December 11, 2012
http://xtzgzorex.wordpress.com/2012/12/11/array-slices-and-interior-pointers/

Destroy.

-- 
Alex Rønne Petersen
alex@lycus.org
http://lycus.org
December 11, 2012
On 12/11/2012 01:04 AM, Alex Rønne Petersen wrote:
> http://xtzgzorex.wordpress.com/2012/12/11/array-slices-and-interior-pointers/
>
>
> Destroy.
>

Why does the internal representation have to be the same for a managed port and native D? Also, how does the second representation work exactly? Not all slices extend to the end of the memory block.

I don't really feel strongly about the memory requirements for slices, but 12 / 24 bytes is starting to feel a little bulky. I am not intimately familiar with druntime, but OTOH and AFAICS, the additional pointer should also allow faster retrieval of the slice's capacity. (though the compiler should IMHO implement specific optimizations for ~= in loops anyway.)
December 11, 2012
On 11-12-2012 02:49, Timon Gehr wrote:
> On 12/11/2012 01:04 AM, Alex Rønne Petersen wrote:
>> http://xtzgzorex.wordpress.com/2012/12/11/array-slices-and-interior-pointers/
>>
>>
>>
>> Destroy.
>>
>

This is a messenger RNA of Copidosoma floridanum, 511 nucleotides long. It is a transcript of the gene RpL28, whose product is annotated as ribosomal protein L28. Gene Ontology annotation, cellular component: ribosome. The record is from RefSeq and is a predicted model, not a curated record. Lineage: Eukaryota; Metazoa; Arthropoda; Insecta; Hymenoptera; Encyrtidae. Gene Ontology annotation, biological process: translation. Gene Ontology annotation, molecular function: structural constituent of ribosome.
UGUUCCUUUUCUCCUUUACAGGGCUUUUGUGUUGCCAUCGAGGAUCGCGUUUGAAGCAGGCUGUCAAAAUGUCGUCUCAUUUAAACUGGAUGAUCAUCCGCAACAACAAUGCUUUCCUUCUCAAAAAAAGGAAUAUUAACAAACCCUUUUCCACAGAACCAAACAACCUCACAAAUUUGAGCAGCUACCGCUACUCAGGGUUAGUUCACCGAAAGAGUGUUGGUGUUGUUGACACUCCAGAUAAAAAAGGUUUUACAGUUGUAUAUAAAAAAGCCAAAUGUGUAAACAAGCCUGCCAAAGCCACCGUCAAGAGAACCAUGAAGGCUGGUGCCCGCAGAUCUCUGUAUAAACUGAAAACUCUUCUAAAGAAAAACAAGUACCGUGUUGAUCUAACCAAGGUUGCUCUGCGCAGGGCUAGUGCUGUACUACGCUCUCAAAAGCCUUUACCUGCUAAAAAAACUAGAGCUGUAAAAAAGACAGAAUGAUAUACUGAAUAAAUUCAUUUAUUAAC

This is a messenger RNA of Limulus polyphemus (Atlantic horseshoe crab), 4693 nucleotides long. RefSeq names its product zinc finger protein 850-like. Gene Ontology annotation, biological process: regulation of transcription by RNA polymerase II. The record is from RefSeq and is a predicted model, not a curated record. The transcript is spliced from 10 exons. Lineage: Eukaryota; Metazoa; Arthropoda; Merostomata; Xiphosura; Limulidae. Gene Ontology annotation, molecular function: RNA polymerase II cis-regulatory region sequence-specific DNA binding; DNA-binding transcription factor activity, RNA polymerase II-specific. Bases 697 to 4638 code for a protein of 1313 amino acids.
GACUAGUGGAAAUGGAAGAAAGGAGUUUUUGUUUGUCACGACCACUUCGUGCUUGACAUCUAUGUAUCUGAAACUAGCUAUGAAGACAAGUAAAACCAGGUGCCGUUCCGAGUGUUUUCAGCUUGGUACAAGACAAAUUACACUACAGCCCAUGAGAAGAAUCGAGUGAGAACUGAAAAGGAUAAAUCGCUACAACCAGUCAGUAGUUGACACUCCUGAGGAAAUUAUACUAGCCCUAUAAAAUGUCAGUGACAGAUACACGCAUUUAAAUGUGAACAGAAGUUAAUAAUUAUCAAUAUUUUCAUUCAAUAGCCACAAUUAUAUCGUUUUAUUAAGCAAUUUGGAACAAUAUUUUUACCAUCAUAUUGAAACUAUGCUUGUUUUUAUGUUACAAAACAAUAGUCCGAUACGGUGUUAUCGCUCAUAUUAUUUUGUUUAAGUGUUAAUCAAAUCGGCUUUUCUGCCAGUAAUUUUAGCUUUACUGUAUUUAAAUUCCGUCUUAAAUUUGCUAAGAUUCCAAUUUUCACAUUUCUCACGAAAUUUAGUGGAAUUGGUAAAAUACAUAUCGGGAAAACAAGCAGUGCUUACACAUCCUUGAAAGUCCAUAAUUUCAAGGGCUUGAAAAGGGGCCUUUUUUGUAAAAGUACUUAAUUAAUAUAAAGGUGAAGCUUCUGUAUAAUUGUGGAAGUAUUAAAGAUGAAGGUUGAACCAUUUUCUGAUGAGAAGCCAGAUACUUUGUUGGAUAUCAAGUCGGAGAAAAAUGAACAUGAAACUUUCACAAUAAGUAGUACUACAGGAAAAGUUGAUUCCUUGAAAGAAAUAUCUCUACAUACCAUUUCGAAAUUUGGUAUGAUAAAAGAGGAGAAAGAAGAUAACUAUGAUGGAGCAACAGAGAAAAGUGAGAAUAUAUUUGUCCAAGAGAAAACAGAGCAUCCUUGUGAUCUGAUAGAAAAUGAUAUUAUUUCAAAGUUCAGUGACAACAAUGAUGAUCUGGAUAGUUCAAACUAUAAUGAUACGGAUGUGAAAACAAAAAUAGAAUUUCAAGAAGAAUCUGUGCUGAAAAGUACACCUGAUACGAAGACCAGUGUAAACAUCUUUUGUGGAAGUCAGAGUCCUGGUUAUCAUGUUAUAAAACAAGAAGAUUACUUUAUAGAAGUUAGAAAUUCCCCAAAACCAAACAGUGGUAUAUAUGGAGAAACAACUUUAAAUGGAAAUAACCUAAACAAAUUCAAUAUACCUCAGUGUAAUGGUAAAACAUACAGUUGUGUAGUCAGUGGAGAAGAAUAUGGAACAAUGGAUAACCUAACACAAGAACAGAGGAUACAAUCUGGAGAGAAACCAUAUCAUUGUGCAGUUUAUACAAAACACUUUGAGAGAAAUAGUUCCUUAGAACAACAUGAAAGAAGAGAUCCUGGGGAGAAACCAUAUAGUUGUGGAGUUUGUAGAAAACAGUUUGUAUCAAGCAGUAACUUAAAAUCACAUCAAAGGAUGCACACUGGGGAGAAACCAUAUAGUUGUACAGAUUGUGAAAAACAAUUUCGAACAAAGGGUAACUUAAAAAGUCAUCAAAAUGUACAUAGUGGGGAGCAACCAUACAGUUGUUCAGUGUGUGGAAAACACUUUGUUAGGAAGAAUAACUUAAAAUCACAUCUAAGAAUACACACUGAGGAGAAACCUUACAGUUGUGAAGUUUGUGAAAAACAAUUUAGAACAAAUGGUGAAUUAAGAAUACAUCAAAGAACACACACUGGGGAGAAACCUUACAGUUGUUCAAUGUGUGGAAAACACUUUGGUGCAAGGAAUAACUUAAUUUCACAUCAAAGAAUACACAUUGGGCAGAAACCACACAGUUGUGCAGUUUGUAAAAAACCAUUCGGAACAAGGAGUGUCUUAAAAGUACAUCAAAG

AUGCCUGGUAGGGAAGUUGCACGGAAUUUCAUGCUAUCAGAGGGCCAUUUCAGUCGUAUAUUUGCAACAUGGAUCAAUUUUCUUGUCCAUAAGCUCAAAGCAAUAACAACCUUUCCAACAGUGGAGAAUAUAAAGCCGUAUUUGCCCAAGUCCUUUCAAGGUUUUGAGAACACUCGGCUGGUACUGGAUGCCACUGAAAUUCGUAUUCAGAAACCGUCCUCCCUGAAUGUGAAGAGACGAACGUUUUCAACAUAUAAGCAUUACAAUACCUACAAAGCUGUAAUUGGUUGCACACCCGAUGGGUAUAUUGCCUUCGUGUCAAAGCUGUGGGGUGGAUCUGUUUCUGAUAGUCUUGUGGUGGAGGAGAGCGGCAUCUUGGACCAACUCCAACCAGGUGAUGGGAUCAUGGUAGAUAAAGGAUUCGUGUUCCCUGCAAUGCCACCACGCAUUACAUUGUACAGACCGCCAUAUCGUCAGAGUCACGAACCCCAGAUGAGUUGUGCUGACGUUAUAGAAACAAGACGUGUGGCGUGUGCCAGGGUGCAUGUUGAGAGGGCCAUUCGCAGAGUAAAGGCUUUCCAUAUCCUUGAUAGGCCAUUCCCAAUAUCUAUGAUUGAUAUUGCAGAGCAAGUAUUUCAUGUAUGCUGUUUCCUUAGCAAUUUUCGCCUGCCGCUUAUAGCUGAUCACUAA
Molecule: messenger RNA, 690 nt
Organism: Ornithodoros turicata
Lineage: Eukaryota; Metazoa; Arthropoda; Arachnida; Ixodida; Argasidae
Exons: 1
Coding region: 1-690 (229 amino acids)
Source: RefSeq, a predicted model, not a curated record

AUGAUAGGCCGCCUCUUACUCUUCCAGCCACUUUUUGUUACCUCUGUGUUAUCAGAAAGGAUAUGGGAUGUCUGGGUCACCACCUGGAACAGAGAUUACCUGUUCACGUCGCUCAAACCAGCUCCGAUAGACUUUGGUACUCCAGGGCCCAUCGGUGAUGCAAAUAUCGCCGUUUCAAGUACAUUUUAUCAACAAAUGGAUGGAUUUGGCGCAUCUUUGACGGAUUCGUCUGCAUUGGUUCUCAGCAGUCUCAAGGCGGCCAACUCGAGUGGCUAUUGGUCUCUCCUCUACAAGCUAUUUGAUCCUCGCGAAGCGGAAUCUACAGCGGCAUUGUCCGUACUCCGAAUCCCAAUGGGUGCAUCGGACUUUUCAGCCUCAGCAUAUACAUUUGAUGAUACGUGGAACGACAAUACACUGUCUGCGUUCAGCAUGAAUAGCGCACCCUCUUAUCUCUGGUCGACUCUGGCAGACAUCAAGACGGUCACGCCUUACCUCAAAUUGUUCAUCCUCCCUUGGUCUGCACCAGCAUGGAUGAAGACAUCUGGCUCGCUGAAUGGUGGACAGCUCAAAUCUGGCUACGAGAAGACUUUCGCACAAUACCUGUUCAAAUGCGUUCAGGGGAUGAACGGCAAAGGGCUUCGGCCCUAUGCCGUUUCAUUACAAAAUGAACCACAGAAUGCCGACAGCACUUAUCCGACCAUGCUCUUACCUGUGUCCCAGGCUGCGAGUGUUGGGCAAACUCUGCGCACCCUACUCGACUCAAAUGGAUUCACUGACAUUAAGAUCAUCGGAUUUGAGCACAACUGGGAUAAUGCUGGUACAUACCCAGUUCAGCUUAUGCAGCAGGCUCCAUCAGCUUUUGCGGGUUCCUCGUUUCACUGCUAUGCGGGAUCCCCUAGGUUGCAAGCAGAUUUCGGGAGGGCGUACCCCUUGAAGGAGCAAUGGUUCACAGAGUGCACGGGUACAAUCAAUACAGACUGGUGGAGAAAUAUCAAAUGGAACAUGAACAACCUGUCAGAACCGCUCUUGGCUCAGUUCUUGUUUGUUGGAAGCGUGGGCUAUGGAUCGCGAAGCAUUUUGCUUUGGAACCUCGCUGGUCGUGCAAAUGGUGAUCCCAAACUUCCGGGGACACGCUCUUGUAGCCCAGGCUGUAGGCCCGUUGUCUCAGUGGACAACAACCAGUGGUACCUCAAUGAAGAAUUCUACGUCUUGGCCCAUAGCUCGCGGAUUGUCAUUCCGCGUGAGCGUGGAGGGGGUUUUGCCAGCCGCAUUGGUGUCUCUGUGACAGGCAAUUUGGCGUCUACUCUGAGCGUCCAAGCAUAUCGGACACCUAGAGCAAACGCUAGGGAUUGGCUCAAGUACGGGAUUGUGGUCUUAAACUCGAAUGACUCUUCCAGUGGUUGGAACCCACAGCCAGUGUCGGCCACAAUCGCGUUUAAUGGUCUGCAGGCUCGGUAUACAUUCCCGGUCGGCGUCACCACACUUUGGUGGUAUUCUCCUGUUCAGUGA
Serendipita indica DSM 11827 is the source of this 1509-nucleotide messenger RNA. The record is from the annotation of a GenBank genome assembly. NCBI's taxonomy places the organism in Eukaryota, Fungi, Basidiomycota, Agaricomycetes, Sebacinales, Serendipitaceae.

> Why does the internal representation have to be the same for a managed
> port and native D? Also, how does the second representation work
> exactly? Not all slices extend to the end of the memory block.

They don't have to be. Ideally it shouldn't even have to matter because D code shouldn't make assumptions about it.

And good point. That makes the second variation not useful for VMs that don't natively support slicing arrays, so I'll scratch that as a useful representation. A representation for a VM would then probably need to be {length, base, offset} (which could also work for a native D).

>
> I don't really feel strongly about the memory requirements for slices,
> but 12 / 24 bytes is starting to feel a little bulky. I am not
> intimately familiar with druntime, but OTOH and AFAICS, the additional
> pointer should also allow faster retrieval of the slice's capacity.